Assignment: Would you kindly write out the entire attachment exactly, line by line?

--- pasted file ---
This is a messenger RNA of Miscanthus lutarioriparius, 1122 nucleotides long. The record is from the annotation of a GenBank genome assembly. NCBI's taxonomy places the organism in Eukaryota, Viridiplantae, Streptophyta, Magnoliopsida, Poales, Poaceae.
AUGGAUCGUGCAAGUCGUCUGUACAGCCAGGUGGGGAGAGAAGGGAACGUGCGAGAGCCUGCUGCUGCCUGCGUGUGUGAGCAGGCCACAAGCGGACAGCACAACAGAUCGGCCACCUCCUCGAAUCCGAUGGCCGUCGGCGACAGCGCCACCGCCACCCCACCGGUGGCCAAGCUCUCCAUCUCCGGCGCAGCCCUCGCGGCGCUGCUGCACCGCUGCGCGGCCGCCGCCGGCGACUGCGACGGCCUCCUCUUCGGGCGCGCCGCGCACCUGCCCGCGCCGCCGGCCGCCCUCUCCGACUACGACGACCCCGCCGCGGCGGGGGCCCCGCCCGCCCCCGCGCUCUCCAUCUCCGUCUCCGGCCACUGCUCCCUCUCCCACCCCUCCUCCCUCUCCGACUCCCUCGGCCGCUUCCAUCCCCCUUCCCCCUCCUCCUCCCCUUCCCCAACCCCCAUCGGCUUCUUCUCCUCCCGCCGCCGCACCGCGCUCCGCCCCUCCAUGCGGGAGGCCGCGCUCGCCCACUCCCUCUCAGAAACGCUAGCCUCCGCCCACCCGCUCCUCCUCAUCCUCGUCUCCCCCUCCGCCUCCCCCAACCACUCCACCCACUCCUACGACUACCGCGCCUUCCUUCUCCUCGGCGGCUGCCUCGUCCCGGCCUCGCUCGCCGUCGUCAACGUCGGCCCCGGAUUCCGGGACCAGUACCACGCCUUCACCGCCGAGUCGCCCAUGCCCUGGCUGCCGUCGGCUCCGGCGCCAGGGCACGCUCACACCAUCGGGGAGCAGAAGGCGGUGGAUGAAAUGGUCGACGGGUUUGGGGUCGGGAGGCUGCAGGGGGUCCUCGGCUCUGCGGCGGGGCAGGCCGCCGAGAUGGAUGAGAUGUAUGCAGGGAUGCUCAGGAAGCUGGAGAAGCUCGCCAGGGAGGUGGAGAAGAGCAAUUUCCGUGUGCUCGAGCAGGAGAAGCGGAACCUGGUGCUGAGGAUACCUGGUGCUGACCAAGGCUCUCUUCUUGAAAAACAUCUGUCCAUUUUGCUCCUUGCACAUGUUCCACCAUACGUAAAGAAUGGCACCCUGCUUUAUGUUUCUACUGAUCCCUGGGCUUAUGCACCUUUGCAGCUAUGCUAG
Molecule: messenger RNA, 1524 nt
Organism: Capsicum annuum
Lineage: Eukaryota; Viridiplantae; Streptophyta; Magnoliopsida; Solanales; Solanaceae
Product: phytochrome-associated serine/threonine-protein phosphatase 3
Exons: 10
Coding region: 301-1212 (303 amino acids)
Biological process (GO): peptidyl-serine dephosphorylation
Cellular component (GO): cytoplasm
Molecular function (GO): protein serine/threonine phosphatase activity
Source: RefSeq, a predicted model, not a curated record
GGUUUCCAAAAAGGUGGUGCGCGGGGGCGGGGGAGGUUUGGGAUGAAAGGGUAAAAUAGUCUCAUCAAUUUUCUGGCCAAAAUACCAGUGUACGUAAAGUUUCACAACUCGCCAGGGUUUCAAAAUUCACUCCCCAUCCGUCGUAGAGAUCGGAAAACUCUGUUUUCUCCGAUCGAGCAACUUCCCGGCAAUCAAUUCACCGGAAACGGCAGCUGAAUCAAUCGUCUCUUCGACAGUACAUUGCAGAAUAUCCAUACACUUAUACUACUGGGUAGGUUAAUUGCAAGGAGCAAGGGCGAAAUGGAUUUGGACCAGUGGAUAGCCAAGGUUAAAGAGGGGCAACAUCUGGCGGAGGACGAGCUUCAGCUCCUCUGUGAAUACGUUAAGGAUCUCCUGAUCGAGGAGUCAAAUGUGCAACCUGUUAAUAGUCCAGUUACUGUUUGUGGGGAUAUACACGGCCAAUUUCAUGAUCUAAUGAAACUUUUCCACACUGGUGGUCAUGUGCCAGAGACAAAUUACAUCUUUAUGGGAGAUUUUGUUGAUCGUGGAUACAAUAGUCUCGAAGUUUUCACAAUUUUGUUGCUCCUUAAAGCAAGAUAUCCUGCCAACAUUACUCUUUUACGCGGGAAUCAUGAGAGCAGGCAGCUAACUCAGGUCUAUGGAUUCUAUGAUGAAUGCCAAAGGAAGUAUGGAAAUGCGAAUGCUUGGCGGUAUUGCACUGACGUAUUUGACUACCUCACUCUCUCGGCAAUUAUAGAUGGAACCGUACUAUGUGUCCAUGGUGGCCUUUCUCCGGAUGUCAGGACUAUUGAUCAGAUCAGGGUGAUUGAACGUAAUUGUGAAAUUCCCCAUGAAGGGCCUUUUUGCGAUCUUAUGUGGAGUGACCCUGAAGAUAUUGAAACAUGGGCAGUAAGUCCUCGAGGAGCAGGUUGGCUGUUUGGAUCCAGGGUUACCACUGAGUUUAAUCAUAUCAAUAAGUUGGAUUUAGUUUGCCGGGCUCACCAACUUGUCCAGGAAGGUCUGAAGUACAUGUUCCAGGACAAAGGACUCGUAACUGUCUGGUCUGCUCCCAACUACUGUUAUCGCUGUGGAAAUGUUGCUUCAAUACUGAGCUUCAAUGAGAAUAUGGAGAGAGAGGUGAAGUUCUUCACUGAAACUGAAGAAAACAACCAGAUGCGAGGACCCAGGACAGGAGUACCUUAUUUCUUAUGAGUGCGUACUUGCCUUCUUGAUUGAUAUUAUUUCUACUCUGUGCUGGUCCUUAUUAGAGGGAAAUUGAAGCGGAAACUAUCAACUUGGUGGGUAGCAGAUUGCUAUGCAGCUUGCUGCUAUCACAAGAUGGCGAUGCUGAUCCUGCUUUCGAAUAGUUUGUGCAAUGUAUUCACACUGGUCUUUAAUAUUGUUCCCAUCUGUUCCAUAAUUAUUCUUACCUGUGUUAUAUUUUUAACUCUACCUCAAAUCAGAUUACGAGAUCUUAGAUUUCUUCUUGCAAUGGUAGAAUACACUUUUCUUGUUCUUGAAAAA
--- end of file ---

This is a messenger RNA of Miscanthus lutarioriparius, 1122 nucleotides long. The record is from the annotation of a GenBank genome assembly. NCBI's taxonomy places the organism in Eukaryota, Viridiplantae, Streptophyta, Magnoliopsida, Poales, Poaceae.
AUGGAUCGUGCAAGUCGUCUGUACAGCCAGGUGGGGAGAGAAGGGAACGUGCGAGAGCCUGCUGCUGCCUGCGUGUGUGAGCAGGCCACAAGCGGACAGCACAACAGAUCGGCCACCUCCUCGAAUCCGAUGGCCGUCGGCGACAGCGCCACCGCCACCCCACCGGUGGCCAAGCUCUCCAUCUCCGGCGCAGCCCUCGCGGCGCUGCUGCACCGCUGCGCGGCCGCCGCCGGCGACUGCGACGGCCUCCUCUUCGGGCGCGCCGCGCACCUGCCCGCGCCGCCGGCCGCCCUCUCCGACUACGACGACCCCGCCGCGGCGGGGGCCCCGCCCGCCCCCGCGCUCUCCAUCUCCGUCUCCGGCCACUGCUCCCUCUCCCACCCCUCCUCCCUCUCCGACUCCCUCGGCCGCUUCCAUCCCCCUUCCCCCUCCUCCUCCCCUUCCCCAACCCCCAUCGGCUUCUUCUCCUCCCGCCGCCGCACCGCGCUCCGCCCCUCCAUGCGGGAGGCCGCGCUCGCCCACUCCCUCUCAGAAACGCUAGCCUCCGCCCACCCGCUCCUCCUCAUCCUCGUCUCCCCCUCCGCCUCCCCCAACCACUCCACCCACUCCUACGACUACCGCGCCUUCCUUCUCCUCGGCGGCUGCCUCGUCCCGGCCUCGCUCGCCGUCGUCAACGUCGGCCCCGGAUUCCGGGACCAGUACCACGCCUUCACCGCCGAGUCGCCCAUGCCCUGGCUGCCGUCGGCUCCGGCGCCAGGGCACGCUCACACCAUCGGGGAGCAGAAGGCGGUGGAUGAAAUGGUCGACGGGUUUGGGGUCGGGAGGCUGCAGGGGGUCCUCGGCUCUGCGGCGGGGCAGGCCGCCGAGAUGGAUGAGAUGUAUGCAGGGAUGCUCAGGAAGCUGGAGAAGCUCGCCAGGGAGGUGGAGAAGAGCAAUUUCCGUGUGCUCGAGCAGGAGAAGCGGAACCUGGUGCUGAGGAUACCUGGUGCUGACCAAGGCUCUCUUCUUGAAAAACAUCUGUCCAUUUUGCUCCUUGCACAUGUUCCACCAUACGUAAAGAAUGGCACCCUGCUUUAUGUUUCUACUGAUCCCUGGGCUUAUGCACCUUUGCAGCUAUGCUAG
Molecule: messenger RNA, 1524 nt
Organism: Capsicum annuum
Lineage: Eukaryota; Viridiplantae; Streptophyta; Magnoliopsida; Solanales; Solanaceae
Product: phytochrome-associated serine/threonine-protein phosphatase 3
Exons: 10
Coding region: 301-1212 (303 amino acids)
Biological process (GO): peptidyl-serine dephosphorylation
Cellular component (GO): cytoplasm
Molecular function (GO): protein serine/threonine phosphatase activity
Source: RefSeq, a predicted model, not a curated record
GGUUUCCAAAAAGGUGGUGCGCGGGGGCGGGGGAGGUUUGGGAUGAAAGGGUAAAAUAGUCUCAUCAAUUUUCUGGCCAAAAUACCAGUGUACGUAAAGUUUCACAACUCGCCAGGGUUUCAAAAUUCACUCCCCAUCCGUCGUAGAGAUCGGAAAACUCUGUUUUCUCCGAUCGAGCAACUUCCCGGCAAUCAAUUCACCGGAAACGGCAGCUGAAUCAAUCGUCUCUUCGACAGUACAUUGCAGAAUAUCCAUACACUUAUACUACUGGGUAGGUUAAUUGCAAGGAGCAAGGGCGAAAUGGAUUUGGACCAGUGGAUAGCCAAGGUUAAAGAGGGGCAACAUCUGGCGGAGGACGAGCUUCAGCUCCUCUGUGAAUACGUUAAGGAUCUCCUGAUCGAGGAGUCAAAUGUGCAACCUGUUAAUAGUCCAGUUACUGUUUGUGGGGAUAUACACGGCCAAUUUCAUGAUCUAAUGAAACUUUUCCACACUGGUGGUCAUGUGCCAGAGACAAAUUACAUCUUUAUGGGAGAUUUUGUUGAUCGUGGAUACAAUAGUCUCGAAGUUUUCACAAUUUUGUUGCUCCUUAAAGCAAGAUAUCCUGCCAACAUUACUCUUUUACGCGGGAAUCAUGAGAGCAGGCAGCUAACUCAGGUCUAUGGAUUCUAUGAUGAAUGCCAAAGGAAGUAUGGAAAUGCGAAUGCUUGGCGGUAUUGCACUGACGUAUUUGACUACCUCACUCUCUCGGCAAUUAUAGAUGGAACCGUACUAUGUGUCCAUGGUGGCCUUUCUCCGGAUGUCAGGACUAUUGAUCAGAUCAGGGUGAUUGAACGUAAUUGUGAAAUUCCCCAUGAAGGGCCUUUUUGCGAUCUUAUGUGGAGUGACCCUGAAGAUAUUGAAACAUGGGCAGUAAGUCCUCGAGGAGCAGGUUGGCUGUUUGGAUCCAGGGUUACCACUGAGUUUAAUCAUAUCAAUAAGUUGGAUUUAGUUUGCCGGGCUCACCAACUUGUCCAGGAAGGUCUGAAGUACAUGUUCCAGGACAAAGGACUCGUAACUGUCUGGUCUGCUCCCAACUACUGUUAUCGCUGUGGAAAUGUUGCUUCAAUACUGAGCUUCAAUGAGAAUAUGGAGAGAGAGGUGAAGUUCUUCACUGAAACUGAAGAAAACAACCAGAUGCGAGGACCCAGGACAGGAGUACCUUAUUUCUUAUGAGUGCGUACUUGCCUUCUUGAUUGAUAUUAUUUCUACUCUGUGCUGGUCCUUAUUAGAGGGAAAUUGAAGCGGAAACUAUCAACUUGGUGGGUAGCAGAUUGCUAUGCAGCUUGCUGCUAUCACAAGAUGGCGAUGCUGAUCCUGCUUUCGAAUAGUUUGUGCAAUGUAUUCACACUGGUCUUUAAUAUUGUUCCCAUCUGUUCCAUAAUUAUUCUUACCUGUGUUAUAUUUUUAACUCUACCUCAAAUCAGAUUACGAGAUCUUAGAUUUCUUCUUGCAAUGGUAGAAUACACUUUUCUUGUUCUUGAAAAA